The Protection of the Holy Theotokos

Protecting Veil of the Theotokos. Russian, c. 1800. (Credit: The Temple Gallery, London)

A homily delivered in the Three Hierarchs Chapel at St. Vladimir’s Orthodox Theological Seminary on the Feast of The Protection of our Most Holy Lady the Mother of God and Ever-Virgin Mary (Wednesday, October 1, 2014).

When one looks into today’s feast of Pokrov, the Protection of the Holy Theotokos, you can bump into a number of traditions which surround it. Its origins are attributed to a crisis in Constantinople. It might have been a crisis brought on by a siege by the barbarian Avars. Another says it was the Scythians who were besieging the city. Yet another story says it wasn’t a siege at all, but speaks of a horrible plague ravaging the city.

In the midst of the crisis, the faithful Christians assembled to keep vigil at the famous Blachernae church. In attendance were St. Andrew and his discipline Epiphanius. These men were granted a vision of the Holy Virgin, extending her veil over the assembled faithful, her veil of protection. The city was delivered from its crisis, and so we keep this feast in thanksgiving.

As it was over a thousand years ago, Orthodox people are gathered in another church. We are all here, each of us mindful of his or her own personal crises. Looking over the walls of our lives perhaps we see a thousand tiny campfires on the horizon: our fears for the future, laying siege to our hearts. Or maybe they’re our doubts, which will not leave us in peace, their noise constantly drifting over from the other side of the gate. Or perhaps a plague has struck us down with despondency, sapped our energy, and we’re lying sick with gloom.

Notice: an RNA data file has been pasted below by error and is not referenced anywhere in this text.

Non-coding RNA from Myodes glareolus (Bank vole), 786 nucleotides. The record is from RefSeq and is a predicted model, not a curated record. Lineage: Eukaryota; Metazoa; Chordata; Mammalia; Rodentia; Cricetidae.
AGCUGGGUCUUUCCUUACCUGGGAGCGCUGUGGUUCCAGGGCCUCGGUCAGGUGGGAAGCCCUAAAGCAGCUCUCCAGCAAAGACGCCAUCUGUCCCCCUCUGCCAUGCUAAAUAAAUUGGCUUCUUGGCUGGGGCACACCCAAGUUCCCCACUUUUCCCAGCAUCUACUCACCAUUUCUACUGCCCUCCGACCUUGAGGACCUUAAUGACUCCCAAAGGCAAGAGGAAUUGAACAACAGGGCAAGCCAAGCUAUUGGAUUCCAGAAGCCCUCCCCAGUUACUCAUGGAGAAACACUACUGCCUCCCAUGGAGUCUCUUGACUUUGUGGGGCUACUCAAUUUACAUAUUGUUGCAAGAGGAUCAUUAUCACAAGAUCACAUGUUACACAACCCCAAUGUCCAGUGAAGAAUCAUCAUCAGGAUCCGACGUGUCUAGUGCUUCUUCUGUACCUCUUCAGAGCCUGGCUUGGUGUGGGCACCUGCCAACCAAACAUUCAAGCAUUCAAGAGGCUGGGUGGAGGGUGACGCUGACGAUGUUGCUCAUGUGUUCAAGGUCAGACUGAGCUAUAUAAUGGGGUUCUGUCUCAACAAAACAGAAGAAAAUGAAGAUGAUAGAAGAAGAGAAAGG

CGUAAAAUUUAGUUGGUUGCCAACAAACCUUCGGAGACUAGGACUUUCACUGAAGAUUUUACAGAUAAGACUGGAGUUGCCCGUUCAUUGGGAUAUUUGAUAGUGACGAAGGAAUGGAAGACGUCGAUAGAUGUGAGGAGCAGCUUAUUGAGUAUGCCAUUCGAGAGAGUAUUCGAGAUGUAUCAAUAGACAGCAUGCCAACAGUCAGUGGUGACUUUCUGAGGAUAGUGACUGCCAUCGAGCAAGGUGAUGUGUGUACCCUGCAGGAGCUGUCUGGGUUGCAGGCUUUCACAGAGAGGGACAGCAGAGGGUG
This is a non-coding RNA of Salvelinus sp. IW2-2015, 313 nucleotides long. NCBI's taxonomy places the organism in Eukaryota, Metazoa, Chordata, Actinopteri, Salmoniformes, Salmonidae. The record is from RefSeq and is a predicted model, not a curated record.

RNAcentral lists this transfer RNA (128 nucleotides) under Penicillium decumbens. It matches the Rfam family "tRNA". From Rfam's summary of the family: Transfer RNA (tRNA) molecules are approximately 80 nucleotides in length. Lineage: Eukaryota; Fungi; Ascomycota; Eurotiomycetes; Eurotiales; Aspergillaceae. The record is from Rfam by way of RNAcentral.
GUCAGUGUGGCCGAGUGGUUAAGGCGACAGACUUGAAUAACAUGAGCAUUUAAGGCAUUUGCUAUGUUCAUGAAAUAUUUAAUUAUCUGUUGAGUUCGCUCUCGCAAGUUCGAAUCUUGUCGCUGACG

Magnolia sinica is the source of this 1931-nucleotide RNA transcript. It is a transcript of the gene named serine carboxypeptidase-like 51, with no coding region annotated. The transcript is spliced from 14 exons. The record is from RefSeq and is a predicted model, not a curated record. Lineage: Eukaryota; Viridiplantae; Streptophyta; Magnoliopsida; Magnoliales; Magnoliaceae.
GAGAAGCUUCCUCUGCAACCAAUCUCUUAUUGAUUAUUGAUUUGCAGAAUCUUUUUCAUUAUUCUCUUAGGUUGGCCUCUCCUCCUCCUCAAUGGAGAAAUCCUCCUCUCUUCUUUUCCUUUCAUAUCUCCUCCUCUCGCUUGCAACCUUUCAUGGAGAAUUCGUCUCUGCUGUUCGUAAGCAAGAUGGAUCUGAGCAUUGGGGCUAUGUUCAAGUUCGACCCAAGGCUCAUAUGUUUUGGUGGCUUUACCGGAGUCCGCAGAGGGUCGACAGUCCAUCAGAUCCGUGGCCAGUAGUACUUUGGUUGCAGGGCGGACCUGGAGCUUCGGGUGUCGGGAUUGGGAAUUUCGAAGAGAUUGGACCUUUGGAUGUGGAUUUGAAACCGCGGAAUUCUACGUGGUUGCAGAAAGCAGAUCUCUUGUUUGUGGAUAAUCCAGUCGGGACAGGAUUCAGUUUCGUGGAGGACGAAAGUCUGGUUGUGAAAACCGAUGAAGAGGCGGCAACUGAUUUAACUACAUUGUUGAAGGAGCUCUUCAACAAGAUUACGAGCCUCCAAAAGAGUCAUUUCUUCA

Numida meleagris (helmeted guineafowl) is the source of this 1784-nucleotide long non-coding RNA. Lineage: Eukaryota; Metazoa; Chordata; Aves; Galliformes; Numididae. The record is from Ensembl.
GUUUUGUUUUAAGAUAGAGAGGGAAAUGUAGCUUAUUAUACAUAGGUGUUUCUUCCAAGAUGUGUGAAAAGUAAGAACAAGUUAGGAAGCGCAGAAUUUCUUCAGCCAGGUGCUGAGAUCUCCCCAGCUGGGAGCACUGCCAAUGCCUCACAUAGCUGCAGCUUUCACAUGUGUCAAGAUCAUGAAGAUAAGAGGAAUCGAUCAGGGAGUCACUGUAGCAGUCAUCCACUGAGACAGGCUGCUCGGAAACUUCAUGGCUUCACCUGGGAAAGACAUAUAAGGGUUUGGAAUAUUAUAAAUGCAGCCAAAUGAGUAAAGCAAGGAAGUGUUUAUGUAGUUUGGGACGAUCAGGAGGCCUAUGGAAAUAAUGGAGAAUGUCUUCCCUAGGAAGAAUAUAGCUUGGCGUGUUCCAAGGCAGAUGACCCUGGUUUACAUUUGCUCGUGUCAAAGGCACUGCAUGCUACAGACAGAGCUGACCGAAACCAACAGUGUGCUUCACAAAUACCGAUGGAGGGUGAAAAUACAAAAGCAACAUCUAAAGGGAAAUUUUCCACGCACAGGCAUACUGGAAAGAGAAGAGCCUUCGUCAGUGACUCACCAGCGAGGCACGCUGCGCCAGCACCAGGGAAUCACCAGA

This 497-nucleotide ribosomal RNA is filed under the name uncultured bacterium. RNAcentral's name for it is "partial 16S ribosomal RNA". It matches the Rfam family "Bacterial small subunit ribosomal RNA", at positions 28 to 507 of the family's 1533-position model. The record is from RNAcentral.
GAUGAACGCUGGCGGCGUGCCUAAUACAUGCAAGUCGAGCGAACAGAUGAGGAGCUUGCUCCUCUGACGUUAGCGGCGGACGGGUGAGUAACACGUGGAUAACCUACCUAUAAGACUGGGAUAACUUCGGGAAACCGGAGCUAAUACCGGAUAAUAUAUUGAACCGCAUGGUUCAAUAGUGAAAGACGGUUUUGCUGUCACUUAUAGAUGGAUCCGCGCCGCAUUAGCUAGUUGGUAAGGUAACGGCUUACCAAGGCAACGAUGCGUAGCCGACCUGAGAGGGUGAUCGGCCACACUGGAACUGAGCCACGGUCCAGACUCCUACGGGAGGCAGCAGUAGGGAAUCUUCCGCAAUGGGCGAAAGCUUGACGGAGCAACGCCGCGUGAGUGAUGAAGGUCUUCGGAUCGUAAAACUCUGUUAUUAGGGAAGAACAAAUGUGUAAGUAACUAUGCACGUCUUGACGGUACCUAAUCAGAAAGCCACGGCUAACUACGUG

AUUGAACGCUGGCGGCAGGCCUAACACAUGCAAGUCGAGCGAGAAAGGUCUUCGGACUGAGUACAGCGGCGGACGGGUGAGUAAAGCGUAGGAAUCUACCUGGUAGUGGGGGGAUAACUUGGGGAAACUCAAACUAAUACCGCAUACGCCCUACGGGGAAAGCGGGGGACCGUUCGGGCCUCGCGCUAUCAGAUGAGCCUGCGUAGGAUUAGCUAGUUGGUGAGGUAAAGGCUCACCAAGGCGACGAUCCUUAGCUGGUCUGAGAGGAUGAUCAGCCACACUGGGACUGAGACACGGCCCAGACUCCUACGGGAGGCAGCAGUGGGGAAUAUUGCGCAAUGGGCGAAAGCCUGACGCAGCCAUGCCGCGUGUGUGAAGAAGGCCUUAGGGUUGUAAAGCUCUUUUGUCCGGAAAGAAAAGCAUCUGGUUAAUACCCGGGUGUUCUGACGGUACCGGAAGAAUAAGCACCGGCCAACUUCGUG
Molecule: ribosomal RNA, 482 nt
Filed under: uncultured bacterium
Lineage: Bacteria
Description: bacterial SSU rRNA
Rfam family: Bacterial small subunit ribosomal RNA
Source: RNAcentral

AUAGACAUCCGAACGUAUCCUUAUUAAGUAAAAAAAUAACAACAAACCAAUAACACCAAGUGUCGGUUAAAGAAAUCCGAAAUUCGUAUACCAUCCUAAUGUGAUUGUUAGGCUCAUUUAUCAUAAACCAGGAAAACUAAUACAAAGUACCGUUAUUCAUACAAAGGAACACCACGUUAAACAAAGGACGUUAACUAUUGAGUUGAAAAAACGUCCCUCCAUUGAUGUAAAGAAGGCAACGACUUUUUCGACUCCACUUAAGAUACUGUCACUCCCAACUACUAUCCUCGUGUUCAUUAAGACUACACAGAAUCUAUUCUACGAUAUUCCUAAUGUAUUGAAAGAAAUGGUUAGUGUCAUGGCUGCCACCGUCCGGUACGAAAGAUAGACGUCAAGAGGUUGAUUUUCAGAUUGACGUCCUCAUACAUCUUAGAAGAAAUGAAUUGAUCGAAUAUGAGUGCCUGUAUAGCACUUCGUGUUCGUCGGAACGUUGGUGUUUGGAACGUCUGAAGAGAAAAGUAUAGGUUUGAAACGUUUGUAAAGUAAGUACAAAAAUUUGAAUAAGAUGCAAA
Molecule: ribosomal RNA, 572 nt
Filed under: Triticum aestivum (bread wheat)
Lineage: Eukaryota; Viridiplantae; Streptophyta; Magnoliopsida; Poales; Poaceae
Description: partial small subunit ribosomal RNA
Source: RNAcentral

A feast like today, then, brings us great joy and hope. We celebrate the Theotokos’ protection then but also her continued protection now. She hears our prayers and our sighs. We experience the consolation of God, mediated by her son, and at her intercessions. If we place ourselves in a position of humility, of love, of gentleness, of patience towards each other, then like those gathered in vigil facing their destruction, we place ourselves in a position where we too are able to receive her protection.

For this we can take inspiration from St. Romanos the Melodist, whose feast day is also today, and who joins the Mother of God in the icon of the feast. He stands on the ambo, holding up a scroll, a kontakion. When the attacks come in our lives, his familiar words from his familiar hymn, instinctively spill from our lips: “O Champion Leader, to you I offer thanks of victory, O Theotokos, you have delivered me from terror…” and our fears, doubts, depressions, and trials are brought before God’s mercy for healing and deliverance. Siege and sickness are transformed into another opportunity for the power of God to work in us as we emulate the Holy Virgin’s supreme fidelity to Christ.

We can be confident that no matter what this day brings, good or bad or in-between, we are strengthened by the Spirit of God, and as we leave this chapel and begin to go about our many tasks for today, we can do so with gratitude and thanksgiving that God has not abandoned us in our difficulties but listens to the petitions of his mother on our behalf. Amen.


The Rev. Kyle Parrott (SVOTS ’13) received his M.Div. from St. Vladimir’s Seminary and is currently completing a Masters of Theology at St. Vladimir’s. Father Kyle spent his early years in the Anglican church before becoming active in several Evangelical churches. His interest in missions led him to participate in short–term outreach in Grenada (in the Caribbean) and in Uruguay. The Parrotts’ daughter Sophia was born in 2011 at the beginning of Fr. Kyle’s studies. Matushka Leanne is a gifted photographer and has chronicled many events for the St. Vladimir’s Website.